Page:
Exclusive Interview with Michael Rooney- Disney Muppets by Aleksi of Style Music TV
How did you get hooked up with Disney and the Muppets?
The director James Bobin was pretty familiar with my work and he liked my choreography in the movie “500 Days of Summers”. And he called me into his office and we had an interview and hit it off and I was hired in the next couple of days. But it was James Bobin that pretty much brought me in.
How was working on the Muppet Set?
I was so excited because again this was going to be human dancers, also working with the Muppets and the puppeteers. I was very excited. I had a couple of weeks of prep that they gave me at Universal Studios and I had to work out the logistics of making the Muppets hands move in time with the dancers. Keeping in mind that most of the movements of the Muppets had to be from their waist and up and lots or arms and dealing with their limitations. So that was challenging and fun. I think the best thing about working with the Muppets was making them come alive. Just not making them dance but come alive with their facial expressions and making them feel like one of the living human bunch. So it was fun!
What was the difference between working with human dancers and and puppets dancers? What were the challenging and exciting parts?
To expand on my last question and to answer your next question- if you visualize your hand, like a sock puppet, like your fingers tapping, hitting your thumb back and forth- that is what most of the puppeteers do- they have their hand inside the puppet- so I had to at some point, go ahead and choreograph my fingers and my thumbs, clacking together and going left and right and around especially for the chicken number that we did, for the clucking number. So that was the first time I did “Hand Choreography” like that. It was a bunch of “Hand Choreography”.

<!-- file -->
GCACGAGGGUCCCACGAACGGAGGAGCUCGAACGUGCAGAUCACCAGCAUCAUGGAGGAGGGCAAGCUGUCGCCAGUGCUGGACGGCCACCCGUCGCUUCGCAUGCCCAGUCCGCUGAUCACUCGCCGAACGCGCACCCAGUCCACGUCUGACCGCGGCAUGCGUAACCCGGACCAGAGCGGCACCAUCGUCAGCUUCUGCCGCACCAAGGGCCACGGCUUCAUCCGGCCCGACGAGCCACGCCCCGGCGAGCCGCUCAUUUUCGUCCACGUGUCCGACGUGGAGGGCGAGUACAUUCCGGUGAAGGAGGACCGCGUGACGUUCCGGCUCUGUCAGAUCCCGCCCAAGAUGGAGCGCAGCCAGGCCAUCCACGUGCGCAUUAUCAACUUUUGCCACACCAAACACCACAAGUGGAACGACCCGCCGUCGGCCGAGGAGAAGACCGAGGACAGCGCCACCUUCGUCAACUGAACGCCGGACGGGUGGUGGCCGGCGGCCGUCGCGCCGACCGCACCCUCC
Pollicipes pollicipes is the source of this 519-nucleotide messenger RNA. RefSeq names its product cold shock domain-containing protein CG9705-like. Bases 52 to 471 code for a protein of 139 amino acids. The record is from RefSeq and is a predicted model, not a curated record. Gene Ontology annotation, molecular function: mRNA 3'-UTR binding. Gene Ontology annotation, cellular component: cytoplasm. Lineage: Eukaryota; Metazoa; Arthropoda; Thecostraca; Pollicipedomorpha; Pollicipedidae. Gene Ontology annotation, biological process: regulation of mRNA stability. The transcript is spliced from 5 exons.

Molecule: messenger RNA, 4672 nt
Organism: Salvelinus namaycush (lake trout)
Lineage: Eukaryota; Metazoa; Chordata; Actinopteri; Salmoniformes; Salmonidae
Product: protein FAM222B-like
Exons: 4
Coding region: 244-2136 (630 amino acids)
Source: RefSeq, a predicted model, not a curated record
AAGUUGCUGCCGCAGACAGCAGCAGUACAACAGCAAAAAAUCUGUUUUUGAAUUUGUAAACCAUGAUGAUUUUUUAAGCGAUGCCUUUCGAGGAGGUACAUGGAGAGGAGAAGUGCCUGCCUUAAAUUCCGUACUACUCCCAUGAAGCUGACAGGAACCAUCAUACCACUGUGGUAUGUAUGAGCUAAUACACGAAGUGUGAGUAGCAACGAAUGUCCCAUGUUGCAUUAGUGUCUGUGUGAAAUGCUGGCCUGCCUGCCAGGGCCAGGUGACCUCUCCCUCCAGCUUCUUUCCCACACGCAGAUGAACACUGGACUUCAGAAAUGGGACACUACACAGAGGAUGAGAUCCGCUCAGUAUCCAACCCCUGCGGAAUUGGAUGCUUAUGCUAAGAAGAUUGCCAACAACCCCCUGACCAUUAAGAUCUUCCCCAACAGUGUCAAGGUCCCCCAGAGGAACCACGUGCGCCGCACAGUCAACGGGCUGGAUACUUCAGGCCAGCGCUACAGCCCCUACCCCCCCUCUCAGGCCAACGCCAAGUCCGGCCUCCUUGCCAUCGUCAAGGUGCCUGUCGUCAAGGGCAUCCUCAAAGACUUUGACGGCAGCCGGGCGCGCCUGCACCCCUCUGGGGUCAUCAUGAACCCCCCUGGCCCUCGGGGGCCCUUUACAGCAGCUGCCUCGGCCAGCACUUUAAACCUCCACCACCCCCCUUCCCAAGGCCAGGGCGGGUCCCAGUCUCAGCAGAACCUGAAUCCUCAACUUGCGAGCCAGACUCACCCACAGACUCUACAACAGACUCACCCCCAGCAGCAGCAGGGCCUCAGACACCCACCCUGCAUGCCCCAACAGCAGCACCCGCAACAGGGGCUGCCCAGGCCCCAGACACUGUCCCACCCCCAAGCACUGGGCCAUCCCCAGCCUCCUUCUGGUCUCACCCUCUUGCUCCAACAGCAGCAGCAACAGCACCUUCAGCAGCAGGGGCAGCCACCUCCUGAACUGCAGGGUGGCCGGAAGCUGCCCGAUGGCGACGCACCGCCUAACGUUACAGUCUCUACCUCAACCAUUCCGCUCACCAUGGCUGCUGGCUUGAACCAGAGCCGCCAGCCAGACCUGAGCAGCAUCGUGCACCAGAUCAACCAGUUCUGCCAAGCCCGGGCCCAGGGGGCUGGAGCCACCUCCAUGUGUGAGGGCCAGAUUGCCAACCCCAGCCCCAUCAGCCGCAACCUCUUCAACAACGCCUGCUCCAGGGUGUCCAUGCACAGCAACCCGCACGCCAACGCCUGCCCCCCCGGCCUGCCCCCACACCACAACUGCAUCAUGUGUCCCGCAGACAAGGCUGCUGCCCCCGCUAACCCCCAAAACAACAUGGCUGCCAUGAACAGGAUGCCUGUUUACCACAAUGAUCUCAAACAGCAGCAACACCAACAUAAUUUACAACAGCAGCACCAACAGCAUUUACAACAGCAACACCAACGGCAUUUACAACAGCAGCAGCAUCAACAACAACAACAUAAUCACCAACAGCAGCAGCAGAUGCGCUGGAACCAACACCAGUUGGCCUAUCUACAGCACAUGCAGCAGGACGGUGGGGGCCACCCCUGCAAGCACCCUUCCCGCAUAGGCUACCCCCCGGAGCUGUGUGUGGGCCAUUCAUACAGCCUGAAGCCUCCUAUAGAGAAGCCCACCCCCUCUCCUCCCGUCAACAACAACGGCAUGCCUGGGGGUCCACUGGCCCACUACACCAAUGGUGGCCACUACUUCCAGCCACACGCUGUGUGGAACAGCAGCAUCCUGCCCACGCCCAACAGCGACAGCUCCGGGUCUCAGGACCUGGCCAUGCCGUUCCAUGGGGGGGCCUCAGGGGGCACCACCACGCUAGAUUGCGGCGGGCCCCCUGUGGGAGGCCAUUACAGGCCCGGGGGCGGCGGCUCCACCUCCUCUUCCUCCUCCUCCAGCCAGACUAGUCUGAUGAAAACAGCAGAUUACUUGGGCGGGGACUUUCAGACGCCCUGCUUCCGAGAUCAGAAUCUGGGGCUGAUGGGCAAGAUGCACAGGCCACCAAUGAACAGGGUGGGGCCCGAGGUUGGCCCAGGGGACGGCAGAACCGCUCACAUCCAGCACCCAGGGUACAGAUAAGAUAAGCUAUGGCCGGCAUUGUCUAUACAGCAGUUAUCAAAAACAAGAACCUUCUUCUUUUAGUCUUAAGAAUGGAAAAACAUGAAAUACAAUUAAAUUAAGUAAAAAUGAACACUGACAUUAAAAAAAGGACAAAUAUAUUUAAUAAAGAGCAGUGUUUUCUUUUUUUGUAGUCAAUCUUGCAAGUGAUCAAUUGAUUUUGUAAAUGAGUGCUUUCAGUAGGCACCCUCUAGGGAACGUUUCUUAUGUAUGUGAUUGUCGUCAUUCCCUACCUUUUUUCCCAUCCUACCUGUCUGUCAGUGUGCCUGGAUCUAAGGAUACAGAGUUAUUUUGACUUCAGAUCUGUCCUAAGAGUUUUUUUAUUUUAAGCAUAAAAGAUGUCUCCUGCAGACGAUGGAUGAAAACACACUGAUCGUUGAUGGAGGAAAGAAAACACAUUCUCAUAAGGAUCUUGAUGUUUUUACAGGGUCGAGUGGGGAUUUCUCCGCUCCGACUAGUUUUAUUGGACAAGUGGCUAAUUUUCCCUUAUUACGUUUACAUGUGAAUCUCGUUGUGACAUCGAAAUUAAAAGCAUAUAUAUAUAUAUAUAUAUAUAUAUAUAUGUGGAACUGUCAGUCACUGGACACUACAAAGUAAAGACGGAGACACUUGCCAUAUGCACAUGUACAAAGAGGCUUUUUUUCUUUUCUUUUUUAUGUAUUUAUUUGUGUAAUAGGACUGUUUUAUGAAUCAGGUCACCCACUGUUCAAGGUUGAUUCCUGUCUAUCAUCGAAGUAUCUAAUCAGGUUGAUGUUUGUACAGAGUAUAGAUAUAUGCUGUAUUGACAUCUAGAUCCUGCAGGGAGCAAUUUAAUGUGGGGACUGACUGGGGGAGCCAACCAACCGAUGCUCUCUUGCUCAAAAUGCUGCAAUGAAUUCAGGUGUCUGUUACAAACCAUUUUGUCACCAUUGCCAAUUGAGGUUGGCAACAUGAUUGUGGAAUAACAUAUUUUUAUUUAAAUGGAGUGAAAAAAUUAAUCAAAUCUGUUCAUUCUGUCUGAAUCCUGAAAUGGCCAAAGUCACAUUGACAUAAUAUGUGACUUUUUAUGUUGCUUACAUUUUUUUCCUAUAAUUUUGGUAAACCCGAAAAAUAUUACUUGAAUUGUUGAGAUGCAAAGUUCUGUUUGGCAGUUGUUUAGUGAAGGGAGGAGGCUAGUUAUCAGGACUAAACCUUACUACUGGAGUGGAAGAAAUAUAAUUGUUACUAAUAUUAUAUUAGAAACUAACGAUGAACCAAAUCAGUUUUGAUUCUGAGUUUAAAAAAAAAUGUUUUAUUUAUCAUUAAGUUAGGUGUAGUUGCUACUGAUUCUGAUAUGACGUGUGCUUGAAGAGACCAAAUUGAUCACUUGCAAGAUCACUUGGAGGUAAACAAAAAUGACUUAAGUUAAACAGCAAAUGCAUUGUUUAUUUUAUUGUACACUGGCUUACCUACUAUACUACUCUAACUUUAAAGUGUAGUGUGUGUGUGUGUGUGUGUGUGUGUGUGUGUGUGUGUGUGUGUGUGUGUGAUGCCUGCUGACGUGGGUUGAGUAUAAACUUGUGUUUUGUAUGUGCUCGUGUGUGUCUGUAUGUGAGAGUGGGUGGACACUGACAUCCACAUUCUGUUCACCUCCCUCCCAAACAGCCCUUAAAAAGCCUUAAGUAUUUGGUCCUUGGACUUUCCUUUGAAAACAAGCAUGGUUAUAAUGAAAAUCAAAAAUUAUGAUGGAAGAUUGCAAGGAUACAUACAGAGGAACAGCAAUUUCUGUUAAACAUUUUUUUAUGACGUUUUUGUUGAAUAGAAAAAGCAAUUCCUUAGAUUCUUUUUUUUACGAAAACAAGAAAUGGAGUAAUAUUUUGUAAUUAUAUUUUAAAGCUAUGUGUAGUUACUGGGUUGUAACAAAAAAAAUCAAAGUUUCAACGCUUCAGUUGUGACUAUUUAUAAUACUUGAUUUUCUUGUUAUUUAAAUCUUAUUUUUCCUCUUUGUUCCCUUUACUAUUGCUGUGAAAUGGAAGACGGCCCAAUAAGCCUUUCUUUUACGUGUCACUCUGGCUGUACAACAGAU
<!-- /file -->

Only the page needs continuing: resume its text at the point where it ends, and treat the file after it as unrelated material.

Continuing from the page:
Where do you get your creative inspiration?
Well, what I do is listen to the piece of music over and over again, as long as I can, and I try to think in big, broad strokes. So, as oppose to doing syncopated small movements, which I think confuses the viewer-I work in really broad, broad strokes. I try to stay more on the solid counts and the less syncopated counts and that seemed to help with the puppeteers as well.
Advise for aspiring dancers- that are just starting in their careers?
Don’t ever be disappointed by the word “No”- because no just means not at this time or maybe it wasn’t your turn to get the job. Take nothing personally. Don’t ever, ever let “No” discourage you. Always, always have tenacity, move forward and see where your luck and chances lie. But never be disappointed by the word “No”.
Lauded by critics and viewers alike, Rooney's work with directors has been turning heads and moving feet over the past decade. He is the only choreographer in history to have won five MTV Awards for Best Choreography. Rooney has assembled some of the most original staging and conceptualization for the entertainment industry and its major celebrities. Rooney’s “come to life” dance sequence in the smash hit film “500 Days of Summer” kept the film fresh and alive; his hard work behind the scenes with the animators of “Shrek 4” helped bring the film to greater heights.
Rooney continues to be successful because he has the artistic ability to see the script and design the choreography bringing the story alive, as seen in his most memorable videos for "Fatboy Slim" (starring Christopher Walken), Gnarls Barkley’s “Run” (for which he won his 5th MTV Award for Best Choreography) and Kylie Minogue's sexy and controversial piece "Can’t Get You Out of My Head",
Rooney worked with Spike Jonze on numerous MTV award-winning music videos that have been seen by millions of viewers. Rooney/Jonze have also worked together for the funny dance sequence in the feature film “Jackass 2.” Rooney and Jonze first teamed up for the now infamous Bjork video “It's Oh So Quiet.”
In addition to his film and video work, Rooney has acquired a long list of commercial credits, including his work with Queen Latifah and Taylor Swift for CoverGirl, Target commercials featuring John Legend and a huge campaign for Nike featuring Charles Barkley. Other commercial work includes GE, Ford, Old Navy and McDonalds.